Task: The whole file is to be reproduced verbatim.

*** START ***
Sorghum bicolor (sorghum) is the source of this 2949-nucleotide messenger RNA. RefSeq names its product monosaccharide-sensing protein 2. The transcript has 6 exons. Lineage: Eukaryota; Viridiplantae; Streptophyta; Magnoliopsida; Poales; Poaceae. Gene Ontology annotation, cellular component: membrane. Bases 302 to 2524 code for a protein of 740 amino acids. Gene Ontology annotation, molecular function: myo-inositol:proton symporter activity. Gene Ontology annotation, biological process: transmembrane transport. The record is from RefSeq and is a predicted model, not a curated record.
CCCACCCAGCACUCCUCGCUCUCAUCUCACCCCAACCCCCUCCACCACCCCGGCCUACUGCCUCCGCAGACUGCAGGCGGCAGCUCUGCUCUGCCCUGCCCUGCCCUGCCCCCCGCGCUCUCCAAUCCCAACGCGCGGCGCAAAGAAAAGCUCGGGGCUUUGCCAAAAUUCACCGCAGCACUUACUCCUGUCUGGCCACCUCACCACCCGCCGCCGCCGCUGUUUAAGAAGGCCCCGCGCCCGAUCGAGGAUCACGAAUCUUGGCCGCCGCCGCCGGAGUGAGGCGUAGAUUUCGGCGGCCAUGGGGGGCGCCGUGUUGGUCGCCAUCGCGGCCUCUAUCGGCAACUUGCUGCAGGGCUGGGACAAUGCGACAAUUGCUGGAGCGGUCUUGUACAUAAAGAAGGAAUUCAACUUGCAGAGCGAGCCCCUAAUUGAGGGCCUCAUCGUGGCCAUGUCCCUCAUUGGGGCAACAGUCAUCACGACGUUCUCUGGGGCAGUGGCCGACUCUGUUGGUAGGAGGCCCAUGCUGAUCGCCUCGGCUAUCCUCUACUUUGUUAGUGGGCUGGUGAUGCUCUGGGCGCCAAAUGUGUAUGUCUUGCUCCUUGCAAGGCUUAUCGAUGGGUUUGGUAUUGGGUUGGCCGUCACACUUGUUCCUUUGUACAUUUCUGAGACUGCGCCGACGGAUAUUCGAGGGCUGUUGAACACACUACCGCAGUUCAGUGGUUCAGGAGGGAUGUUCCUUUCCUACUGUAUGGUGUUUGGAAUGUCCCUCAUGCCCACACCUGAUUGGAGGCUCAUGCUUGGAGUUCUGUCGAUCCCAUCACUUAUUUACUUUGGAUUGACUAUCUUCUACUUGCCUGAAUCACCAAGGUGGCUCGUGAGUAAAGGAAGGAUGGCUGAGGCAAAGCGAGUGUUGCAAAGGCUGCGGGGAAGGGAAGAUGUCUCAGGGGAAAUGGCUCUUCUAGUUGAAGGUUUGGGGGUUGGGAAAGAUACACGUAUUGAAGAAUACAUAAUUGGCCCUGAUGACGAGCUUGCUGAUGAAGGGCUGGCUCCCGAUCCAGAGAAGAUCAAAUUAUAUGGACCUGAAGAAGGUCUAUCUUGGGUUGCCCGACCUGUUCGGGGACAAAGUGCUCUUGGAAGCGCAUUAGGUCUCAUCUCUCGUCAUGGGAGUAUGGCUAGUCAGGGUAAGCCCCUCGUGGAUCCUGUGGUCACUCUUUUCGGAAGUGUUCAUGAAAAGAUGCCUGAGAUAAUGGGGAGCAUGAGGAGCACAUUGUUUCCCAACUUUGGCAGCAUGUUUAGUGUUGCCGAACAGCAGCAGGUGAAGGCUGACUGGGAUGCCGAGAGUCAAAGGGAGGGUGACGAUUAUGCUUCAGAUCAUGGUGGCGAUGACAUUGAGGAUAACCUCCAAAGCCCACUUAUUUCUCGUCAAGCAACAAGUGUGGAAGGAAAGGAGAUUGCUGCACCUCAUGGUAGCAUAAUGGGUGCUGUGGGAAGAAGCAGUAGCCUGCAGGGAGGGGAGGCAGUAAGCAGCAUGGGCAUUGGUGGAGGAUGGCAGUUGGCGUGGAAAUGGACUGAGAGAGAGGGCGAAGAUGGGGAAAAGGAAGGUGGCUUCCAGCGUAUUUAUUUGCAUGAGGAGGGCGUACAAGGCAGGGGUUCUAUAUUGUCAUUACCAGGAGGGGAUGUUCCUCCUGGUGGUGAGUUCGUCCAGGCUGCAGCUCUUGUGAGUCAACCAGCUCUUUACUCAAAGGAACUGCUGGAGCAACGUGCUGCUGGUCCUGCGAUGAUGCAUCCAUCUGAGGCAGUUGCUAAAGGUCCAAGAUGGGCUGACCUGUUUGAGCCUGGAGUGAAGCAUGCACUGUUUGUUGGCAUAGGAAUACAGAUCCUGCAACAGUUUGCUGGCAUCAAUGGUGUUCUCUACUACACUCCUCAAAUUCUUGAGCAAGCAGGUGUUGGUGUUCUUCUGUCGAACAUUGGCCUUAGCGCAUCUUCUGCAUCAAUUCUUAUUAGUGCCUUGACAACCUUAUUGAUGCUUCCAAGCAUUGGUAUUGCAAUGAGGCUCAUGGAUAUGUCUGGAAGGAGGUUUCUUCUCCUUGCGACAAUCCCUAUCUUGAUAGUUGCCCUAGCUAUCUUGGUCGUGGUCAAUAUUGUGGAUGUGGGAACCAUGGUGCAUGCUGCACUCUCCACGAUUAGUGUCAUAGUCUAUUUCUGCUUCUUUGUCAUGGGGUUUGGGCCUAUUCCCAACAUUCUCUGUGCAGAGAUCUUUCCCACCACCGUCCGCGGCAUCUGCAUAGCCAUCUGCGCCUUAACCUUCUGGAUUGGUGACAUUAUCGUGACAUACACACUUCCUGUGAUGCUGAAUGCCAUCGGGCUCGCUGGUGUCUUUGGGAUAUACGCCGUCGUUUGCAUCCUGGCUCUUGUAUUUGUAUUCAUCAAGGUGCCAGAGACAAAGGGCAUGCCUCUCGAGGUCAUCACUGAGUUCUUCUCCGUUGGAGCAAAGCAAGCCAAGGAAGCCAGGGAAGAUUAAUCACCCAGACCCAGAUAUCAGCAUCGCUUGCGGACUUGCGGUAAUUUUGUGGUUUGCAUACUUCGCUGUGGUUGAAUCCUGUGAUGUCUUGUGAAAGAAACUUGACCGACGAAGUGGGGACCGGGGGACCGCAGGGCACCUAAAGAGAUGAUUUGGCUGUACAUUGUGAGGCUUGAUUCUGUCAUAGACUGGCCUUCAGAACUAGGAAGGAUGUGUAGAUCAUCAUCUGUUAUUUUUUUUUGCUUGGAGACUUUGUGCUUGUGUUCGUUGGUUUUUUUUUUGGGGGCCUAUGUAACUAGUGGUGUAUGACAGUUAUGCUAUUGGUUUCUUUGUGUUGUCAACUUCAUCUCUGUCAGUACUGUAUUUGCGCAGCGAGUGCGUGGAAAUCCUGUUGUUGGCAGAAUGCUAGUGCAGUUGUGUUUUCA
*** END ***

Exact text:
Sorghum bicolor (sorghum) is the source of this 2949-nucleotide messenger RNA. RefSeq names its product monosaccharide-sensing protein 2. The transcript has 6 exons. Lineage: Eukaryota; Viridiplantae; Streptophyta; Magnoliopsida; Poales; Poaceae. Gene Ontology annotation, cellular component: membrane. Bases 302 to 2524 code for a protein of 740 amino acids. Gene Ontology annotation, molecular function: myo-inositol:proton symporter activity. Gene Ontology annotation, biological process: transmembrane transport. The record is from RefSeq and is a predicted model, not a curated record.
CCCACCCAGCACUCCUCGCUCUCAUCUCACCCCAACCCCCUCCACCACCCCGGCCUACUGCCUCCGCAGACUGCAGGCGGCAGCUCUGCUCUGCCCUGCCCUGCCCUGCCCCCCGCGCUCUCCAAUCCCAACGCGCGGCGCAAAGAAAAGCUCGGGGCUUUGCCAAAAUUCACCGCAGCACUUACUCCUGUCUGGCCACCUCACCACCCGCCGCCGCCGCUGUUUAAGAAGGCCCCGCGCCCGAUCGAGGAUCACGAAUCUUGGCCGCCGCCGCCGGAGUGAGGCGUAGAUUUCGGCGGCCAUGGGGGGCGCCGUGUUGGUCGCCAUCGCGGCCUCUAUCGGCAACUUGCUGCAGGGCUGGGACAAUGCGACAAUUGCUGGAGCGGUCUUGUACAUAAAGAAGGAAUUCAACUUGCAGAGCGAGCCCCUAAUUGAGGGCCUCAUCGUGGCCAUGUCCCUCAUUGGGGCAACAGUCAUCACGACGUUCUCUGGGGCAGUGGCCGACUCUGUUGGUAGGAGGCCCAUGCUGAUCGCCUCGGCUAUCCUCUACUUUGUUAGUGGGCUGGUGAUGCUCUGGGCGCCAAAUGUGUAUGUCUUGCUCCUUGCAAGGCUUAUCGAUGGGUUUGGUAUUGGGUUGGCCGUCACACUUGUUCCUUUGUACAUUUCUGAGACUGCGCCGACGGAUAUUCGAGGGCUGUUGAACACACUACCGCAGUUCAGUGGUUCAGGAGGGAUGUUCCUUUCCUACUGUAUGGUGUUUGGAAUGUCCCUCAUGCCCACACCUGAUUGGAGGCUCAUGCUUGGAGUUCUGUCGAUCCCAUCACUUAUUUACUUUGGAUUGACUAUCUUCUACUUGCCUGAAUCACCAAGGUGGCUCGUGAGUAAAGGAAGGAUGGCUGAGGCAAAGCGAGUGUUGCAAAGGCUGCGGGGAAGGGAAGAUGUCUCAGGGGAAAUGGCUCUUCUAGUUGAAGGUUUGGGGGUUGGGAAAGAUACACGUAUUGAAGAAUACAUAAUUGGCCCUGAUGACGAGCUUGCUGAUGAAGGGCUGGCUCCCGAUCCAGAGAAGAUCAAAUUAUAUGGACCUGAAGAAGGUCUAUCUUGGGUUGCCCGACCUGUUCGGGGACAAAGUGCUCUUGGAAGCGCAUUAGGUCUCAUCUCUCGUCAUGGGAGUAUGGCUAGUCAGGGUAAGCCCCUCGUGGAUCCUGUGGUCACUCUUUUCGGAAGUGUUCAUGAAAAGAUGCCUGAGAUAAUGGGGAGCAUGAGGAGCACAUUGUUUCCCAACUUUGGCAGCAUGUUUAGUGUUGCCGAACAGCAGCAGGUGAAGGCUGACUGGGAUGCCGAGAGUCAAAGGGAGGGUGACGAUUAUGCUUCAGAUCAUGGUGGCGAUGACAUUGAGGAUAACCUCCAAAGCCCACUUAUUUCUCGUCAAGCAACAAGUGUGGAAGGAAAGGAGAUUGCUGCACCUCAUGGUAGCAUAAUGGGUGCUGUGGGAAGAAGCAGUAGCCUGCAGGGAGGGGAGGCAGUAAGCAGCAUGGGCAUUGGUGGAGGAUGGCAGUUGGCGUGGAAAUGGACUGAGAGAGAGGGCGAAGAUGGGGAAAAGGAAGGUGGCUUCCAGCGUAUUUAUUUGCAUGAGGAGGGCGUACAAGGCAGGGGUUCUAUAUUGUCAUUACCAGGAGGGGAUGUUCCUCCUGGUGGUGAGUUCGUCCAGGCUGCAGCUCUUGUGAGUCAACCAGCUCUUUACUCAAAGGAACUGCUGGAGCAACGUGCUGCUGGUCCUGCGAUGAUGCAUCCAUCUGAGGCAGUUGCUAAAGGUCCAAGAUGGGCUGACCUGUUUGAGCCUGGAGUGAAGCAUGCACUGUUUGUUGGCAUAGGAAUACAGAUCCUGCAACAGUUUGCUGGCAUCAAUGGUGUUCUCUACUACACUCCUCAAAUUCUUGAGCAAGCAGGUGUUGGUGUUCUUCUGUCGAACAUUGGCCUUAGCGCAUCUUCUGCAUCAAUUCUUAUUAGUGCCUUGACAACCUUAUUGAUGCUUCCAAGCAUUGGUAUUGCAAUGAGGCUCAUGGAUAUGUCUGGAAGGAGGUUUCUUCUCCUUGCGACAAUCCCUAUCUUGAUAGUUGCCCUAGCUAUCUUGGUCGUGGUCAAUAUUGUGGAUGUGGGAACCAUGGUGCAUGCUGCACUCUCCACGAUUAGUGUCAUAGUCUAUUUCUGCUUCUUUGUCAUGGGGUUUGGGCCUAUUCCCAACAUUCUCUGUGCAGAGAUCUUUCCCACCACCGUCCGCGGCAUCUGCAUAGCCAUCUGCGCCUUAACCUUCUGGAUUGGUGACAUUAUCGUGACAUACACACUUCCUGUGAUGCUGAAUGCCAUCGGGCUCGCUGGUGUCUUUGGGAUAUACGCCGUCGUUUGCAUCCUGGCUCUUGUAUUUGUAUUCAUCAAGGUGCCAGAGACAAAGGGCAUGCCUCUCGAGGUCAUCACUGAGUUCUUCUCCGUUGGAGCAAAGCAAGCCAAGGAAGCCAGGGAAGAUUAAUCACCCAGACCCAGAUAUCAGCAUCGCUUGCGGACUUGCGGUAAUUUUGUGGUUUGCAUACUUCGCUGUGGUUGAAUCCUGUGAUGUCUUGUGAAAGAAACUUGACCGACGAAGUGGGGACCGGGGGACCGCAGGGCACCUAAAGAGAUGAUUUGGCUGUACAUUGUGAGGCUUGAUUCUGUCAUAGACUGGCCUUCAGAACUAGGAAGGAUGUGUAGAUCAUCAUCUGUUAUUUUUUUUUGCUUGGAGACUUUGUGCUUGUGUUCGUUGGUUUUUUUUUUGGGGGCCUAUGUAACUAGUGGUGUAUGACAGUUAUGCUAUUGGUUUCUUUGUGUUGUCAACUUCAUCUCUGUCAGUACUGUAUUUGCGCAGCGAGUGCGUGGAAAUCCUGUUGUUGGCAGAAUGCUAGUGCAGUUGUGUUUUCA